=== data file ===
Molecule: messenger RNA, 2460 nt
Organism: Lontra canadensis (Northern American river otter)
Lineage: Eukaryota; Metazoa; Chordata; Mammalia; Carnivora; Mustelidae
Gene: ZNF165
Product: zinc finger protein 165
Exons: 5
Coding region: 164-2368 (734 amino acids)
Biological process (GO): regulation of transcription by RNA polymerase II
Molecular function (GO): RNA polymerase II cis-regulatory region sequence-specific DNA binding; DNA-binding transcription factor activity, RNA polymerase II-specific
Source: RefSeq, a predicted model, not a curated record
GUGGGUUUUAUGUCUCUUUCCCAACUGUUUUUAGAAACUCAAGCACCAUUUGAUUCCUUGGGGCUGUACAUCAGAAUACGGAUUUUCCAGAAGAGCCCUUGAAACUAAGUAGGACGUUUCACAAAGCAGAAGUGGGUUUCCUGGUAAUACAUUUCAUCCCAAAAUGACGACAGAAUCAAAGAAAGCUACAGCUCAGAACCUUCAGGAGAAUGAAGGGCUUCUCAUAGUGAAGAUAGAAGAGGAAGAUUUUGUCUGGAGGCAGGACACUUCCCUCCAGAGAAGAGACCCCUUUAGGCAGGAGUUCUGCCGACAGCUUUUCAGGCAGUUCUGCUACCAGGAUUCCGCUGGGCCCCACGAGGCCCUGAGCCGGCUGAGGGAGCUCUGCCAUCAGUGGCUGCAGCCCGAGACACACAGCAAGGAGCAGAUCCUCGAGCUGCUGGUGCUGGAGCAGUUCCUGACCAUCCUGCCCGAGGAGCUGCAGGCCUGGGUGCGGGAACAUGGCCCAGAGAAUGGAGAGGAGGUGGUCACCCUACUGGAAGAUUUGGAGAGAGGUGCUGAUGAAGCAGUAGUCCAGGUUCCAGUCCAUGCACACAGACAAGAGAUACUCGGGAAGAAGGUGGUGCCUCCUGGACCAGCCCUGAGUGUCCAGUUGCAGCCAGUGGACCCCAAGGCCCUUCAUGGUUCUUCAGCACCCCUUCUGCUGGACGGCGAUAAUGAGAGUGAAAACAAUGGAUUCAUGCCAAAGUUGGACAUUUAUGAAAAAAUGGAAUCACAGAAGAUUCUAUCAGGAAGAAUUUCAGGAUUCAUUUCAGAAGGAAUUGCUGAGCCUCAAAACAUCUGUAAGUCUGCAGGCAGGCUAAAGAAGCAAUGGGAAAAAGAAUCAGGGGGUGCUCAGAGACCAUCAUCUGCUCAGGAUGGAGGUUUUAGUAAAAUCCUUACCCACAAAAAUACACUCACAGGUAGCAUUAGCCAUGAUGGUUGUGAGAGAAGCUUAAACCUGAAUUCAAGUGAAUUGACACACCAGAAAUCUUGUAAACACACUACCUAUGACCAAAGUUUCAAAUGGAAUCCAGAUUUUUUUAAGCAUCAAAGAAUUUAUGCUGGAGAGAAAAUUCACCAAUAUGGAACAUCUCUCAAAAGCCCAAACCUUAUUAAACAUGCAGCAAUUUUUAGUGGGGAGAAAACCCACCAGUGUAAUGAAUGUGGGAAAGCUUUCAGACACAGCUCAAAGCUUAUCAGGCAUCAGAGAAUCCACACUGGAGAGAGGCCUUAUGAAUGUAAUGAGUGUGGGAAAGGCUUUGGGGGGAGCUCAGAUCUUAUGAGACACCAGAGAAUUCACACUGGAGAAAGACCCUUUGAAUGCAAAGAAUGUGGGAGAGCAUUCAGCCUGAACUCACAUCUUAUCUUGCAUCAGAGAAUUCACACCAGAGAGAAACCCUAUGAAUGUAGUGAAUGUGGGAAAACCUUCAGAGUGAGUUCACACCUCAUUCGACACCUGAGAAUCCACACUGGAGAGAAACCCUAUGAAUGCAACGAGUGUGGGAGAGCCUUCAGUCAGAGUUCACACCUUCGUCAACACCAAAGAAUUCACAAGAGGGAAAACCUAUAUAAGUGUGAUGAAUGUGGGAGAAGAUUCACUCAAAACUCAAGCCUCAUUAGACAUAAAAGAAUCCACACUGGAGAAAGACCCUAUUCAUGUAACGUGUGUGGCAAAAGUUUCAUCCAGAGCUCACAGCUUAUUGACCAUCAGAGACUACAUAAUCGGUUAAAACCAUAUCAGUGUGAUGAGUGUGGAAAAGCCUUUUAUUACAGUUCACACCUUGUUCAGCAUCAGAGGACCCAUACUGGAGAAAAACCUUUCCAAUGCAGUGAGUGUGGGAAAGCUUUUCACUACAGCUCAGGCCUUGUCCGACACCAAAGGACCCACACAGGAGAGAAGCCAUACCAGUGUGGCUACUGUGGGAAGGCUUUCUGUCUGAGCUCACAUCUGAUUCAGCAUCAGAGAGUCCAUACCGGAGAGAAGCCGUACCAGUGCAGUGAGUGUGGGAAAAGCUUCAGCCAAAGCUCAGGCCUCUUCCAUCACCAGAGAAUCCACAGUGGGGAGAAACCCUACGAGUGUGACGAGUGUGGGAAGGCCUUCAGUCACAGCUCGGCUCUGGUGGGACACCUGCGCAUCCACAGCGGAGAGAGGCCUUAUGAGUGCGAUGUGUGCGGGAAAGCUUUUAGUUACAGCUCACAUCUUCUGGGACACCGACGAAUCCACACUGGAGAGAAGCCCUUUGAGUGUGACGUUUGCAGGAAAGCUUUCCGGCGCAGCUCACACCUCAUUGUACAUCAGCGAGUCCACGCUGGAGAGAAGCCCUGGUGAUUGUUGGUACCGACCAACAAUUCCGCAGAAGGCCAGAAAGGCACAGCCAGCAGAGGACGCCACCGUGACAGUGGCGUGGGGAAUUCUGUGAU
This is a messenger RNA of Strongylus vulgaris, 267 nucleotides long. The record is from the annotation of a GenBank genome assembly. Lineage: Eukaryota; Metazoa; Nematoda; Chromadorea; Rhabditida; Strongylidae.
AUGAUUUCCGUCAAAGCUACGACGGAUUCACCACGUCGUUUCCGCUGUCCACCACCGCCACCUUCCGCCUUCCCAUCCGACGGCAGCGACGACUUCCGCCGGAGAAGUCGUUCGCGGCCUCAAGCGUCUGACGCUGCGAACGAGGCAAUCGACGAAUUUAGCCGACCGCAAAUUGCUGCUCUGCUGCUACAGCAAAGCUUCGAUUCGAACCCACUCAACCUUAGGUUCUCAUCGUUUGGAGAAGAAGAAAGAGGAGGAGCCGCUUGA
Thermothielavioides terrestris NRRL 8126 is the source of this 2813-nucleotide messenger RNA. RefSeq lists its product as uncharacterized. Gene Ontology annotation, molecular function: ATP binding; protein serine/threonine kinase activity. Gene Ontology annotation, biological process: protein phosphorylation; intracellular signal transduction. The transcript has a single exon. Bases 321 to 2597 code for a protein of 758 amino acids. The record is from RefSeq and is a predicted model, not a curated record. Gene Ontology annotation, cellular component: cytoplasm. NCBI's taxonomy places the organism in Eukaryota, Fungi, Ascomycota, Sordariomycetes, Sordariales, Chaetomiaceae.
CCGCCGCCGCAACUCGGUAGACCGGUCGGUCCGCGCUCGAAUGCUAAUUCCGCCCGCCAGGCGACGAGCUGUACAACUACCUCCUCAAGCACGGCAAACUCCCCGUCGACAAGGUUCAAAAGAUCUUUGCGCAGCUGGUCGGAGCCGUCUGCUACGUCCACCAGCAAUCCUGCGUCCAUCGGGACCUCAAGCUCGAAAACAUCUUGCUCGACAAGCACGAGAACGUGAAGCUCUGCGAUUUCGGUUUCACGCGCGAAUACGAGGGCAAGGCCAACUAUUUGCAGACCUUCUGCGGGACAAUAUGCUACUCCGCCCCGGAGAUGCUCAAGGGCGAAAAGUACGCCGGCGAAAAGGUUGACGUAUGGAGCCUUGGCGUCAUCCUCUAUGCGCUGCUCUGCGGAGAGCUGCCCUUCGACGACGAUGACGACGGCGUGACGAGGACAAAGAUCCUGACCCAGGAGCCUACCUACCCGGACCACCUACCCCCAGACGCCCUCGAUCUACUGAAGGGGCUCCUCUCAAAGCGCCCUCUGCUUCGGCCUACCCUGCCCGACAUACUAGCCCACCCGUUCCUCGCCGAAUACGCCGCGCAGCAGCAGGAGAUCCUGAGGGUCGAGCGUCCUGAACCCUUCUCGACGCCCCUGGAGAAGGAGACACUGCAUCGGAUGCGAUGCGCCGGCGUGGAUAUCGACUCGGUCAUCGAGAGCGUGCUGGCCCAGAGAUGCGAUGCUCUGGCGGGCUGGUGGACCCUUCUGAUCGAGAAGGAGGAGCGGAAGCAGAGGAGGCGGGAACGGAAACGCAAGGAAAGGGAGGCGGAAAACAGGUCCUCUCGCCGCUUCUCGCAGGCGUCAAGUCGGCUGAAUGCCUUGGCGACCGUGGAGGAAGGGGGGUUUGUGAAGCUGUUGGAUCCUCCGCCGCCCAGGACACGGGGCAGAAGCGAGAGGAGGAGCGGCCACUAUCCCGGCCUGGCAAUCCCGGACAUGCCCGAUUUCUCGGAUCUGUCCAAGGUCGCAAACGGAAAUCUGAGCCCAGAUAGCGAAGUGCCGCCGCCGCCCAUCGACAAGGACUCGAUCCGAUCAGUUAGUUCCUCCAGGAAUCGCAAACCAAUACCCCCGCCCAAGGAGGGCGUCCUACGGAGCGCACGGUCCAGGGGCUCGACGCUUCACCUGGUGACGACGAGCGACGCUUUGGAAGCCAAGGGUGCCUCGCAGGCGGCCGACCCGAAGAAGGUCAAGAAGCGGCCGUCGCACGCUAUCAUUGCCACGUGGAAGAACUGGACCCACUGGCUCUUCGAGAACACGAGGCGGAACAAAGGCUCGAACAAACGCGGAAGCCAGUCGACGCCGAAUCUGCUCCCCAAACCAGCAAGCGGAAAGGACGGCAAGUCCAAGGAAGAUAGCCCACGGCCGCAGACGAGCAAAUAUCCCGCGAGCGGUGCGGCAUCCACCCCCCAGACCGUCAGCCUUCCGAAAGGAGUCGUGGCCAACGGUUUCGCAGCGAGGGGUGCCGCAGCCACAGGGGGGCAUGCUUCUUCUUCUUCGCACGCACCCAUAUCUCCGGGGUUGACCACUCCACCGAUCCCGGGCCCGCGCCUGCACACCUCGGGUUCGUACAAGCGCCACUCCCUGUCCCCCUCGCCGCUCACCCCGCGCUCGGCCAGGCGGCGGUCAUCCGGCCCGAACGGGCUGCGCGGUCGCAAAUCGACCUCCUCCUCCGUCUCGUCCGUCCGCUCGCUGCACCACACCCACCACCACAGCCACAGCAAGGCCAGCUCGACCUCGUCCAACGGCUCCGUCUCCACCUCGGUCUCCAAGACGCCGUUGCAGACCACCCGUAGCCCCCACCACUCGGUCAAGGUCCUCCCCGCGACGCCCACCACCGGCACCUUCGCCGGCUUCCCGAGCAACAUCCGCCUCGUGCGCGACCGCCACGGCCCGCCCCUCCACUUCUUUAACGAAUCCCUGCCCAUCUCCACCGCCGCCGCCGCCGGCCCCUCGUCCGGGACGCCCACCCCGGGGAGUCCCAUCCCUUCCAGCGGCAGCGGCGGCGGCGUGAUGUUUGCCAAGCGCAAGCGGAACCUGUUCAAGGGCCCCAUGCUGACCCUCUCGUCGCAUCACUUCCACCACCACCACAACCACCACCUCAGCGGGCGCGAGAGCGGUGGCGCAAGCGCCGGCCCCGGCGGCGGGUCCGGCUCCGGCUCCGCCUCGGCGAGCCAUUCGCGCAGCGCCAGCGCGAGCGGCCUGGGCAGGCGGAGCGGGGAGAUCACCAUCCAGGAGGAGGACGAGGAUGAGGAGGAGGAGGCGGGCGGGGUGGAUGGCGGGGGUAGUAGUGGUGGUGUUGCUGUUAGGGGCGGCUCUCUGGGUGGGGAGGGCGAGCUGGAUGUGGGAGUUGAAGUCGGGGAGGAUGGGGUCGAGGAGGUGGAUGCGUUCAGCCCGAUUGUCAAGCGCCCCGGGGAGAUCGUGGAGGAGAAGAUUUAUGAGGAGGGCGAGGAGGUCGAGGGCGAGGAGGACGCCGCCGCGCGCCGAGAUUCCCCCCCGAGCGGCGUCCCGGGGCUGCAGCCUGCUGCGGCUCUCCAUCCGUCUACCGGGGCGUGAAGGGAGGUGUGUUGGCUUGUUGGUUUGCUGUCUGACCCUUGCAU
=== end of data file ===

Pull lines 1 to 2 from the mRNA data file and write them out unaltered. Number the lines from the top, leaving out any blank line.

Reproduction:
Molecule: messenger RNA, 2460 nt
Organism: Lontra canadensis (Northern American river otter)